2. its employment signifies its sheer size, which seems to be growing
  3. much of the cultural economy is located in major city centers.

Scott then explains the cultural-products industries can be summed up in the following five technological-organizational dimensions:

  1. the technologies and labor processes involve larger amounts of human handiwork and computer technologies
  2. production is generally arranged in small- and medium-sized, dense networks
  3. multifaceted industrial complexes arise from the smaller networks, which in turn require labor pools, thus reducing the risks for both workers and employers
  4. the complexes of cultural products industries are “invariably replete with external economies” (333), which leads to “the hypothesis that innovation…is likely to be a geometric function of the size and the relevant reference group
  5. agglomeration encourages new institutional infrastructures which can assist the local economy.

Finally, while cultural economies are densely agglomerated in their home cities, they are likewise global actors, “embedded in far-flung global networks of transactions” (334). Their success is thus dependent on local penetration and foreign, cultural access. Multinational corporations are no an essential ingredient in cultural production circulation.

“[G]eographically differentiated cultural production nodes are liable to be the rule rather than the exception” (335).

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Scott, J.C. (1998). _Seeing Like a State: How Certain Schemes to Improve the Human Condition Have Failed_. New Haven: Yale University Press.

James Scott, Ph.D., Yale University, is the Sterling Professor of Political Science and Professor of Anthropology and is Director of the Agrarian Studies Program. He is a Fellow of the American Academy of Arts and Sciences, has held grants from the National Science Foundation, the National Endowment for the Humanities, and the Guggenheim Foundation, and has been a fellow at the Center for Advanced Study in the Behavioral Science, Science, Technology and Society Program at M.I.T., and the Institute for Advanced Study, Princeton. His research concerns political economy, comparative agrarian societies, theories of hegemony and resistance, peasant politics, revolution, Southeast Asia, theories of class relations and anarchism.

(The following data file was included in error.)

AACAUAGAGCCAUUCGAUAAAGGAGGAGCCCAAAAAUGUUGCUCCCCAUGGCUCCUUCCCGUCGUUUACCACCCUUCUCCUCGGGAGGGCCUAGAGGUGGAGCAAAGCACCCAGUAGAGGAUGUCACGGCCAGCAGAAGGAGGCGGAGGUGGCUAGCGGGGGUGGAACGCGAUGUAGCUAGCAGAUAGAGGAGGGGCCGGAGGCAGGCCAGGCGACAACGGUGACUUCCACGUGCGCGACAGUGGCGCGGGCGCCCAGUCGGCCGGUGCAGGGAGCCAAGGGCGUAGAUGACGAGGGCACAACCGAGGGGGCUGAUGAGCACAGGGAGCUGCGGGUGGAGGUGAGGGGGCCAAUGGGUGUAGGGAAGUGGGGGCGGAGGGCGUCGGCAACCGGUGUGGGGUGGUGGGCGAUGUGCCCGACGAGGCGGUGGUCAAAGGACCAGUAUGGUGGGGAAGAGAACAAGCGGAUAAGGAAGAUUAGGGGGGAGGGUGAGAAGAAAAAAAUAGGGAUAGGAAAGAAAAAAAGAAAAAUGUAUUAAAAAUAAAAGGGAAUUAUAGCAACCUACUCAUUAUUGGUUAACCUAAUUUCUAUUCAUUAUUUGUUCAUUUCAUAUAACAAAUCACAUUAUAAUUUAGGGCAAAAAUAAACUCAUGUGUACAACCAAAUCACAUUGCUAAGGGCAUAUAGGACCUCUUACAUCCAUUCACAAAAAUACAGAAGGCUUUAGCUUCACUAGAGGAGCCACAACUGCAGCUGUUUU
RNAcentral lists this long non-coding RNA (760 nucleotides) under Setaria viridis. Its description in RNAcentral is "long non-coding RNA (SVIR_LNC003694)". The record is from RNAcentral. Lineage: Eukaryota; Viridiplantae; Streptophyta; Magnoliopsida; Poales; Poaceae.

This book is a “case against the imperialism of high-modernist, planned social order” (6). Scott advocates that local knowledge (metis, knowledge that comes only through practical experience) is necessary for any plan’s success. In studying sedentarization, Scott found the state tries “to make a society legible” (2) for taxing, conscription, and against rebellion. Modern European statecraft’s dedication to rationalization has had major impacts on society and the environment. In some cases, these reason-led planning schemes have been major disasters, including China’s Great Leap Forward, Russian collectivization, compulsory villagization in Tanzania, Mozambique, and Ethiopia are “among the great human tragedies of the 20th century” (3). Less dramatic are the agricultural schemes and the new cities of Brasília and Chandigarh.

“Legibility is a condition of manipulation” (183).

However, when there are disasters, they require this “pernicious combination of four elements” (4):

  1. “administrative ordering of nature and society” (4)
  2. “high modernist ideology” at the state level, namely, an overweening belief in modernity, science, reason. This view is wholly uncritical of modernism and when challenged, retreats into projects of “miniaturization”
  3. an authoritarian state that uses its total power for the scheme’s implementation
  4. a “prostrate civil society that lacks the capacity to resist these [the authoritarian state’s] plans” (5)

Ironically, the tragedies of high-modernism were so in two ways. First, the modernists were profoundly arrogant and hubristic. And yet, second, their motivations were well-intentioned; they wanted to make the human condition better. Modernist experts thought they were much more informed than they really were, as well as much smarter than their truly knowledgeable and competent subjects. They consistently sought aesthetic order, and this dimension consistently wound up substituting, per Jacobs (1961) visual order for the real, social thing.

Scott hails Jacobs for her thoughts on diversity and local social knowledge. Evoking her and metis, he makes the following recommendations (345):

  1. “take small steps”  – move, observe, act advisedly
  2. “favor reversibility”  – if you can’t reverse the intervention, you can’t reverse its effects
  3. “plan on surprises” – design in flexibility
  4. “plan on human inventiveness” – assume people can improve on things with eventual knowledge gained